Bubbles shows up for the Narcotics Anonymous meeting with Fletch in tow. Outside the church, Walon is amused to see how well-groomed Bubbles is for this, his one-year anniversary meeting. I would say that I'm not so much amused as I am stunned. Seriously -- go and pop a DVD of one of the early seasons of The Wire into your DVD player. I'll wait here while you do. Done? Okay: now compare and contrast that scraggly-looking hophead with the respectable-looking gentleman before you. Quite the night-and-day transformation, wouldn't you say? And I guess this is the sort of rebuttal to wisenheimers like myself who always joke about The Wire's it-will-all-end-in-tears milieu -- sometimes, on this show, good things actually happen to deserving people. Which just makes the defeats and setbacks happening elsewhere all the more devastating. But there I go, dwelling on the negative again. Anyhow, Bubbles looks presentable, Walon tells Fletch it's okay if he sits in on the meeting so long as he respects the privacy of the people in the room, and Fletch agrees, since he's not a dick who goes around betraying sources and making shit up. "I'm just here with Reginald," says Fletch. Walon is stunned to learn that Bubbles actually has a Christian name.
Meeting time, and Bubbles is up in front of the group, taking care of some unfinished sharing. "My name is..." Bubbles begins, catching sight of Walon sitting in the back. "My name is Reginald. Round the way, they call me Bubbles." Hi, Reginald who's known as Bubbles round the way. Anyhow, Bubbles introduces himself as a drug addict celebrating his anniversary, which certainly deserves the round of applause he gets from the other attendees. Bubbs notes that his family is not in attendance tonight. "I left a trail of fire behind me," he says. "Time gonna make it right with them, I guess. Same thing get me right with myself." Case in point: Bubbles found himself in a park at sundown the other day, and he got to thinking about all the times he used to get high in that very park. "I had this moment where, you know, I was wantin' to feel that way again," Bubbles says, his voice cracking. So he tried calling his sponsor -- Walon was on a motorcycle ride at the time, unfortunately -- as well as some other Narc-Anon members. No dice. "You didn't call me," one young lady in the audience says, a bit too invitingly for mixed company. "'Cause I would have got up with you, Reginald. You can believe that." Where's the twelve-step program to drive that image out of my head? Long story short: Bubbs didn't get high: "I knew if I did, I wouldn't get that good feeling back I was daydreamin' on." And that got Bubbles thinking about Sherrod. "Been carrying his passing for a long while," Bubbs says, fighting back tears. "Like that memory I had about those summer days in the park. Then, thinking on that made me smile. With Sherrod, it's more of a hurt. But not as...not so bad like it was. Ain't no shame in holding on to grief, as long as you make room for other things, too." And with that, Bubbles has had his breakthrough. The Wire, ladies and gentlemen, where your uplifting moments for the episode feature characters coming to grips with the wrenching deaths of loved ones.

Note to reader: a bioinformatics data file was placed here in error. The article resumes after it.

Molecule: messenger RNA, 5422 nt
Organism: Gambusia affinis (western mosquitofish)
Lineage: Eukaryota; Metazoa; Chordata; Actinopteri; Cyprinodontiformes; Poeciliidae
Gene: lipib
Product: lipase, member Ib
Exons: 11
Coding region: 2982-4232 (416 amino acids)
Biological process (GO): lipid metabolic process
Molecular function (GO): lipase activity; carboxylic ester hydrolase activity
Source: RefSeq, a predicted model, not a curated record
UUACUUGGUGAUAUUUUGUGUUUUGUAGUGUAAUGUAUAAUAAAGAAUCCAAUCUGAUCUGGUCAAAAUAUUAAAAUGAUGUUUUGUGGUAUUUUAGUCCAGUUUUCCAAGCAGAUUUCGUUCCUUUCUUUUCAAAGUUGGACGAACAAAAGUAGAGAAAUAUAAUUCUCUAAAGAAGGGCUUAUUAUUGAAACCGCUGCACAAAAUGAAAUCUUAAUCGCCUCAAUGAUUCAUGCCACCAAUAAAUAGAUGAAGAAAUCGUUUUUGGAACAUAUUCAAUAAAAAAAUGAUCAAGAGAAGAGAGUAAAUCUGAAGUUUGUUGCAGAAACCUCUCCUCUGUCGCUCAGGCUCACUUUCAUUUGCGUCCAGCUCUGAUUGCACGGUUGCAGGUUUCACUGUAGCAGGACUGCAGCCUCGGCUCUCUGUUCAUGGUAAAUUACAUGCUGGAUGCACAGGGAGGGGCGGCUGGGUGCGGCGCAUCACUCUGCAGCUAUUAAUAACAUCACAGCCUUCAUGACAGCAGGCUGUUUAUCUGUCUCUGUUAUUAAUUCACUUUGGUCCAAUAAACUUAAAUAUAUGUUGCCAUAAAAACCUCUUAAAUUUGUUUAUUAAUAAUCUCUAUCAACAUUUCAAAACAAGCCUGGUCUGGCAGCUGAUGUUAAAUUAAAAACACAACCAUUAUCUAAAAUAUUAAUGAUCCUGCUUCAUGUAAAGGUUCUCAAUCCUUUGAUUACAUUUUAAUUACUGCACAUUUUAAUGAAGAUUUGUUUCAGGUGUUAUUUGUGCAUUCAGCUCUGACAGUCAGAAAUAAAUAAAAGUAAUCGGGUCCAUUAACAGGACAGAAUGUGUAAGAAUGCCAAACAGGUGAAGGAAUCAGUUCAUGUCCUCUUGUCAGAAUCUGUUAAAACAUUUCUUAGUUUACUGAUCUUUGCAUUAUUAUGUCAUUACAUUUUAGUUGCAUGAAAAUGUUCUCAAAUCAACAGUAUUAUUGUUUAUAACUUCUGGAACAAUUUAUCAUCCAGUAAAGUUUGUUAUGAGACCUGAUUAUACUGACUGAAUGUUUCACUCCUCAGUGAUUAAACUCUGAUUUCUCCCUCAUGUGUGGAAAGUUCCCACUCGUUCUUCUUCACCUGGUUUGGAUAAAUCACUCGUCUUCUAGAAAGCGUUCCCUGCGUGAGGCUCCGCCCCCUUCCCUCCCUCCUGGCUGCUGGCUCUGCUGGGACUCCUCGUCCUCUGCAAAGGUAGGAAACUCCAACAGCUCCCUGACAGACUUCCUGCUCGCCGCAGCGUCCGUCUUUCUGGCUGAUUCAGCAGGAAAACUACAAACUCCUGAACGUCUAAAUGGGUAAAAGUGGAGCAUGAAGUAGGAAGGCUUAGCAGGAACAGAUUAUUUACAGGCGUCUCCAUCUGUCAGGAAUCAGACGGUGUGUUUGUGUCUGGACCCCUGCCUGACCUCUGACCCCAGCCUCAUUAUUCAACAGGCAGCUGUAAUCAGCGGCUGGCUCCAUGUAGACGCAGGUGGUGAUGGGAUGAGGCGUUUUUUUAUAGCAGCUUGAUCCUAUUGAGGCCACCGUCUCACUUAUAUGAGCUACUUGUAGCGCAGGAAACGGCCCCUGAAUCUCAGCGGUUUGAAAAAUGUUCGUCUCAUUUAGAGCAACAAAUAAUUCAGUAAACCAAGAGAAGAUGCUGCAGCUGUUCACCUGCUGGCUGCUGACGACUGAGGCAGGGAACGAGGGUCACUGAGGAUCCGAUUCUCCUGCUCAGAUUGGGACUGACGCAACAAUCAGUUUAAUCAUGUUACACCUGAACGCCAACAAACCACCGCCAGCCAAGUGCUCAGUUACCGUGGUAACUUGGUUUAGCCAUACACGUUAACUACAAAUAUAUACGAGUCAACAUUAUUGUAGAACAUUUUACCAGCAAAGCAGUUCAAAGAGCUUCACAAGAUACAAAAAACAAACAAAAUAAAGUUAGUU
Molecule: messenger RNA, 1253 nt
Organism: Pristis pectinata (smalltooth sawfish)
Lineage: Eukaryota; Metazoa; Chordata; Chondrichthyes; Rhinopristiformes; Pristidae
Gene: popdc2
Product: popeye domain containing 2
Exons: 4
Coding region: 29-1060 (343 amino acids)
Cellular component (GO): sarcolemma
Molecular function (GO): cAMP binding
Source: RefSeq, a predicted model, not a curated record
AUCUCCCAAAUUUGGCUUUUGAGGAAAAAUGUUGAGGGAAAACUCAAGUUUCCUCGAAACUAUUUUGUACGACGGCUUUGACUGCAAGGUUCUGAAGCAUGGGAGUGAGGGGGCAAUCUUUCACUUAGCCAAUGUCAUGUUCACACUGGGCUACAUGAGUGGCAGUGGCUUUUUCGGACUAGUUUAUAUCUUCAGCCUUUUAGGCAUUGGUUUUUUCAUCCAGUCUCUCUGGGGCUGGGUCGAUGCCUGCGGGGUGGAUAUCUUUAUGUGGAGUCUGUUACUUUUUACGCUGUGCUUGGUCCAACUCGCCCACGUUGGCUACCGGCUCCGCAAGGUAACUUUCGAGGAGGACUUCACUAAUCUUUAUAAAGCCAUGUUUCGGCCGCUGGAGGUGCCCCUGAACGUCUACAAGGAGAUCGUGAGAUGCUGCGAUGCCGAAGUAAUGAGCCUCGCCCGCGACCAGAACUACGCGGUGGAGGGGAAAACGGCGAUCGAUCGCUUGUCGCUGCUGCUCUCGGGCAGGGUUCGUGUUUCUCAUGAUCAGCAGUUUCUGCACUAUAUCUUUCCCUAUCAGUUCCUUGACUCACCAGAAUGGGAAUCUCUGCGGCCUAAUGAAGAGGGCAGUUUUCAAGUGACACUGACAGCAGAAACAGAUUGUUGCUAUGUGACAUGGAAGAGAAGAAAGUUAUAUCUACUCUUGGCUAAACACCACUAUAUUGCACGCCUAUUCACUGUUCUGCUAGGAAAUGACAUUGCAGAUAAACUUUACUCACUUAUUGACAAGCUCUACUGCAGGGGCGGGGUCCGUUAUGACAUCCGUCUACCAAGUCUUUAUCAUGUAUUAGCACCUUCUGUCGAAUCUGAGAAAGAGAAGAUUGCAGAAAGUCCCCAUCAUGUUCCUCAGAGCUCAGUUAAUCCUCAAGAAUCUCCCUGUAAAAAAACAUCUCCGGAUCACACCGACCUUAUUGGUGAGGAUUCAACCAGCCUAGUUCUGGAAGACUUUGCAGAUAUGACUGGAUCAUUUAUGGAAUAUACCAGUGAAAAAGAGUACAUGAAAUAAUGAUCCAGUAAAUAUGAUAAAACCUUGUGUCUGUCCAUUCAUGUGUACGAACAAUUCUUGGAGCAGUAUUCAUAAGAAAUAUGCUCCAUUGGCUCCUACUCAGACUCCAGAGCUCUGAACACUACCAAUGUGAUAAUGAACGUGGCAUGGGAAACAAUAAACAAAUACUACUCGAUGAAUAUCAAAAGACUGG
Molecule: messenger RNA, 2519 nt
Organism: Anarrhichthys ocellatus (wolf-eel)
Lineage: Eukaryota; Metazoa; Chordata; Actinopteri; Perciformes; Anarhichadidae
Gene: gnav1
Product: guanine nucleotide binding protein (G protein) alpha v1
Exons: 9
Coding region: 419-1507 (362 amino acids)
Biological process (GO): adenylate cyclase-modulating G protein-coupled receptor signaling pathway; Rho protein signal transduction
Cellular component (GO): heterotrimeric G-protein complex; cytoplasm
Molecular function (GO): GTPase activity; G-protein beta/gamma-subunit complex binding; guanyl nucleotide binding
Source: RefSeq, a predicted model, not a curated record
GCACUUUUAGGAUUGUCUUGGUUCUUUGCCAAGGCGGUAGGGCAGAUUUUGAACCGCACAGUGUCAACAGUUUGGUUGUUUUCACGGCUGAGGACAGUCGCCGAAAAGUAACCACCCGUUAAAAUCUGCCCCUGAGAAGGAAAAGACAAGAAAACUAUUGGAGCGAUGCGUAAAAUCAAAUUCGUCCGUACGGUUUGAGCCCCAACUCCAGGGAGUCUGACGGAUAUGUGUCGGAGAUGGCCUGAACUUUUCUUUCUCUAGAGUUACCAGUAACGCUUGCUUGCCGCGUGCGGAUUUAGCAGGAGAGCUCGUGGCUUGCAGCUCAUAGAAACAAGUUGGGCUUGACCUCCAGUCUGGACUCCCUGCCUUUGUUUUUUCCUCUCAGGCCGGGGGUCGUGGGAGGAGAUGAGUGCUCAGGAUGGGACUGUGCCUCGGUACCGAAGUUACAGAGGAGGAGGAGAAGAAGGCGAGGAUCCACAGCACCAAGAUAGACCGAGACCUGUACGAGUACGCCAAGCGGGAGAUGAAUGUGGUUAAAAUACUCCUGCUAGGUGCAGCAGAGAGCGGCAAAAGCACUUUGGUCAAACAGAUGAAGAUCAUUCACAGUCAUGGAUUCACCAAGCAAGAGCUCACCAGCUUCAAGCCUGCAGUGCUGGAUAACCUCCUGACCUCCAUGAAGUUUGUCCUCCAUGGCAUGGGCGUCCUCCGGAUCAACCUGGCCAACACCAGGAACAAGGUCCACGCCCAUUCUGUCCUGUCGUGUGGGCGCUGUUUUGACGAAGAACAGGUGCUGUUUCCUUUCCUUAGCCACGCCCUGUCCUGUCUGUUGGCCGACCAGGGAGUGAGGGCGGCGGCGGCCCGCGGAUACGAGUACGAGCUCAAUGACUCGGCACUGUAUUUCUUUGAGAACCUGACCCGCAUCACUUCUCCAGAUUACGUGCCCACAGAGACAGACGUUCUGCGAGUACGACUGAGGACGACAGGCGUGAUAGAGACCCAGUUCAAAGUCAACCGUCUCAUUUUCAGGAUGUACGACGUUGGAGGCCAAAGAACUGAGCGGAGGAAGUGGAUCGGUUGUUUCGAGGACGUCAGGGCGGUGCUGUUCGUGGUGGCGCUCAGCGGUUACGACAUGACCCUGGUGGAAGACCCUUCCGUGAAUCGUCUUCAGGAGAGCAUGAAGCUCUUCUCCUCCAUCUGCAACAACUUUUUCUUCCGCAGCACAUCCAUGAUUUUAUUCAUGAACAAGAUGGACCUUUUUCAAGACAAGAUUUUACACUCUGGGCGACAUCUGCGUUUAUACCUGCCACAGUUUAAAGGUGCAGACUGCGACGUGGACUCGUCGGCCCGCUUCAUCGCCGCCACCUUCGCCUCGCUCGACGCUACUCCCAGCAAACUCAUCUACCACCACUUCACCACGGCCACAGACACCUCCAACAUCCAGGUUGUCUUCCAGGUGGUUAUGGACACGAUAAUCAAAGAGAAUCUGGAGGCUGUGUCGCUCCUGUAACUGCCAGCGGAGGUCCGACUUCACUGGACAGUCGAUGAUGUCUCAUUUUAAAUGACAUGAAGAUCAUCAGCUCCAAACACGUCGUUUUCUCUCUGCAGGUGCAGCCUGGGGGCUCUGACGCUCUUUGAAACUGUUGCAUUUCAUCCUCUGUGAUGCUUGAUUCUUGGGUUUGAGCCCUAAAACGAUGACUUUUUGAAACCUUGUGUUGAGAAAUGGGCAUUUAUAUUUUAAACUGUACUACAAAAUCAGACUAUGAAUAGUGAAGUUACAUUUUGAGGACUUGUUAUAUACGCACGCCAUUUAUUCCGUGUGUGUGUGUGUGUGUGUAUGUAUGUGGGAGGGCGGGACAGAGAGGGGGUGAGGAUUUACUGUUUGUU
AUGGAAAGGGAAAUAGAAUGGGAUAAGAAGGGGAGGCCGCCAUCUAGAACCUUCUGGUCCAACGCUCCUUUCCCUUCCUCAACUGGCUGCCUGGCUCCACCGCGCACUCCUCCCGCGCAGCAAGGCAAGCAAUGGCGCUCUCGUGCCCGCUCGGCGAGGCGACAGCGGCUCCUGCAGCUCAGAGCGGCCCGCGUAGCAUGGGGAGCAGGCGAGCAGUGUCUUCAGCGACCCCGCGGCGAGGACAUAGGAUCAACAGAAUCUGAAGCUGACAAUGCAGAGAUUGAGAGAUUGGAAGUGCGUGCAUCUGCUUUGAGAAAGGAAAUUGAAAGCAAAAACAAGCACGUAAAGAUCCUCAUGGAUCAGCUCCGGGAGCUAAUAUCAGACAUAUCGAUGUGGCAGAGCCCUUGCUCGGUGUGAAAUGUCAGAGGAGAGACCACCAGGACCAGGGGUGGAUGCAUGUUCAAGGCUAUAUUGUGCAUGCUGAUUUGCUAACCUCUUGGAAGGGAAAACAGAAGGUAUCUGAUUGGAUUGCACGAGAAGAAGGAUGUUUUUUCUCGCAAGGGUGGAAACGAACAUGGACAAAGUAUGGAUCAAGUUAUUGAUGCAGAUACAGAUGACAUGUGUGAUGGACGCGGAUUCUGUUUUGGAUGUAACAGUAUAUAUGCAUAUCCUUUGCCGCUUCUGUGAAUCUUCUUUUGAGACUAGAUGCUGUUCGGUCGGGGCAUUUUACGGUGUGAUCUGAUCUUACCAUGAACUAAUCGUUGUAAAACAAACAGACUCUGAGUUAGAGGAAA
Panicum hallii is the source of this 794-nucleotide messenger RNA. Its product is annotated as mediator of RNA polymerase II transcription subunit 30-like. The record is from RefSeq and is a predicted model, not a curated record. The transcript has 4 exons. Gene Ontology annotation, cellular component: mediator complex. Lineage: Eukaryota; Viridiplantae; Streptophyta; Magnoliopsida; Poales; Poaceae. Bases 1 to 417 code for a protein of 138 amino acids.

Take your uplifting moments where you can get 'em, though, because you're unlikely to find any past this point. Michael's waiting on the corner for Snoop to pick him up and deliver him to the gunmen waiting to put a bullet in him. So yeah, that's not particularly life-affirming. Snoop pulls up, Michael jumps in, and off they drive. So Snoop, did you bring a gun for Michael like you promised? Yeah, yeah, yeah -- we'll get you your gun later, kid. Which is about the moment Michael sees the forty-foot flashing neon sign that reads: "THEY ARE GOING TO KILL YOU."